One glaring omission from my book The Mystery of Marriage is any mention of Jesus’ first miracle at the wedding in Cana.
If I ever get a chance to publish a new edition of that book, I hope to include some version of the following, an epithalamion which I wrote originally to celebrate the wedding of my friends Andrew and Bethany. (An epithalamion is a piece written in celebration of a wedding, usually in poetry, but this one’s in prose.) You can also listen to an audio version of my talk here.
I’ll begin with one word: WED. It is such a strong word, I think, richer and more potent than any of its synonyms (unite, join, weld, amalgamate, etc.)—a good solid Anglo-Saxon word rooted in the Germanic term for pledge. (Which reminds me, incidentally, of the first Valentine’s card my fiancée Karen gave me, a few months before our wedding, which showed two pigs at feed time in the barn, with the caption, “I pledge thee my trough.”) Yes, to wed is to pledge everything that we have and are—but beyond this, far beyond, we could not pledge at all without the initiating pledge of a supreme external power.
In the final stage of the death of a star, a neutron star is formed, as internal pressures grow so great as to merge protons and electrons into one, creating a core almost entirely composed of neutrons. When two of these extremely dense neutron stars collide, the result is a massive explosion even greater than a supernova, called a kilonova. Among the products of this cataclysm is an incredible amount—more than ten earth-masses—of gold. Indeed this is how such heavy, neutron-rich elements as gold and platinum are created. Thus, as a man and a woman stand before the wedding altar, they exchange souvenirs of one of the most powerful events in the cosmos.
Sometime in about 26 AD, Jesus Christ attended such an explosive event in Cana of Galilee, where a couple were being conjoined, all their atoms melted down and pressed together in a transformation so radical that our Savior symbolized it by transforming water into wine. Only Christ can do this; He alone can wed two people, changing them into … what? … not one new person, exactly, but one flesh, one body, one completely harmonious union of motive, action, and presence in this mercurial, material world—a platform of divine stability in a wildly unstable environment.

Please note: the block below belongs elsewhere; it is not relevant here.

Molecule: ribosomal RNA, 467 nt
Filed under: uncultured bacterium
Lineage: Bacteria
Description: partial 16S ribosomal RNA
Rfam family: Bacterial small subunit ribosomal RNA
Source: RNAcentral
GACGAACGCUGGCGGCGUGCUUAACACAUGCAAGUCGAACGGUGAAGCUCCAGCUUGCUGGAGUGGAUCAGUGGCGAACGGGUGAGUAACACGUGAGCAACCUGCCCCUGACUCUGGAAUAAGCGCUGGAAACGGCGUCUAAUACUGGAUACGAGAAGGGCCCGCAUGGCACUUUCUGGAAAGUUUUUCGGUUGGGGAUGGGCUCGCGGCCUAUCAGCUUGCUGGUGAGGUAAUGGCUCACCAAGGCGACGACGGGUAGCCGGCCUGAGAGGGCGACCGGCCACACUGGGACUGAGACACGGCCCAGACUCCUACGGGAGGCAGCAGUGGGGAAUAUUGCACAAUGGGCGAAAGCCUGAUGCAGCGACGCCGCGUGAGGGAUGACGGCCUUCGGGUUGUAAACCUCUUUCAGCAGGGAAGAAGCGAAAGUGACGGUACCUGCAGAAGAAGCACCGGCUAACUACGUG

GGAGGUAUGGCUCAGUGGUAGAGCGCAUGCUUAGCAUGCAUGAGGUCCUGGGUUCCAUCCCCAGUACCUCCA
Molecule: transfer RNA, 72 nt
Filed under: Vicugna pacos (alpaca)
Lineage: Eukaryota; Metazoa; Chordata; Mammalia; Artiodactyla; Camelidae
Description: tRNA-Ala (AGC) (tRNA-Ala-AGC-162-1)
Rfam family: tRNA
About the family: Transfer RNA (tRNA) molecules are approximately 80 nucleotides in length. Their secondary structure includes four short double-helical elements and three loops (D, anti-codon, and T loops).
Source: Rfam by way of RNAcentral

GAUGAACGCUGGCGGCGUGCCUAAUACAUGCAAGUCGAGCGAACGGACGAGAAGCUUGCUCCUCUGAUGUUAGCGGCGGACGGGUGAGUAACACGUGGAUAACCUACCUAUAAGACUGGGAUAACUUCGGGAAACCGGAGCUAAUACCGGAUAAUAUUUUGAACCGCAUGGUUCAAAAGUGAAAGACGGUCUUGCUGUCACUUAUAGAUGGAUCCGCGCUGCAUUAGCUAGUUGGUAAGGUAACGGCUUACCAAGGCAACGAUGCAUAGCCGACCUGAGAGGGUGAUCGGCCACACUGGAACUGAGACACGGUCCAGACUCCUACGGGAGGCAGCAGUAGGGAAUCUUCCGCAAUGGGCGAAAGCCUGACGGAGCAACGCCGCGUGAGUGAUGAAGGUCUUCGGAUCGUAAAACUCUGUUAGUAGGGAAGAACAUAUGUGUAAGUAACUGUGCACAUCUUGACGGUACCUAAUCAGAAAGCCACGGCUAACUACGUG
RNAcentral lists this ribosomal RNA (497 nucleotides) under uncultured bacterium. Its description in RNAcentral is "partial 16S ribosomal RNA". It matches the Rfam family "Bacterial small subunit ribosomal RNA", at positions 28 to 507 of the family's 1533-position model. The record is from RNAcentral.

And this is merely the lowest level of what happened at Cana. Why was Christ’s first miracle performed at a wedding? Because the human wedding itself symbolized a far greater nuptial: the espousal of the world by the Son of God. The Apostle John placed this miracle at the beginning of his gospel in order to announce the arrival of the Messiah, which in turn signaled the mystical reuniting—the marriage—of Heaven and Earth. Since Jesus’ Father could not be physically present at this event, in a role reversal it was Christ’s mother, Mary, who in a sense “gave her Son away” with a bold statement to the household servants that is really addressed to everyone in the world: “Do whatever He tells you.” (John 2:5) Mary was giving her Son to us, to all who would follow and believe in Him, for we are the Bride of Christ.
Thus spousal love is the fundamental icon of the new covenant between God and His people, a reality Jesus Himself reinforced in a grand parable: “The kingdom of heaven is like a king who prepared a wedding banquet for his son” (Mt 22:2). Conviviality, feasting, dancing, joy—a Big Party!—this is how God the Father wishes to celebrate the union of His Son, Jesus Christ, with the world.
The Greek poet Sappho wrote a wonderful epithalamion which contains the line:
Raise high the roof beam, carpenters! Sing the wedding song!
This poem is a kind of secular equivalent—both in its theme and in its lush, erotic, extravagant imagery—to the biblical Song of Songs. It has some beautiful and arresting stanzas, such as:
The marriage is accomplished as you prayed.
You have the maiden you prayed for.
Some say an army of horsemen,
some of footsoldiers, some of ships,
is the fairest thing on the black earth,
but I say it is what one loves.
I particularly love the line “Raise high the roof beam, carpenters!” for its joyous, celebratory tone, and also for its suggestion (to me) of Isaiah 54:2-3:
Enlarge the place of your tent,
stretch your tent curtains wide,
do not hold back;
lengthen your cords,
strengthen your stakes.
For you will spread out to the right and to the left;
your descendants will dispossess nations
and settle in their desolate cities.
The splitting of the atom—nuclear fission—releases tremendous energy. But much more power is released through nuclear fusion. God’s purpose in fusing a man and a woman in holy wedlock is nothing less than to “dispossess nations”—to overthrow the godless realms of this world with a new kind of army: generation upon generation of godly families who will love the Lord, do His will, and establish His kingdom.
Raise high the roof beam, carpenters!
(Once again, an audio version of this talk is available here.)
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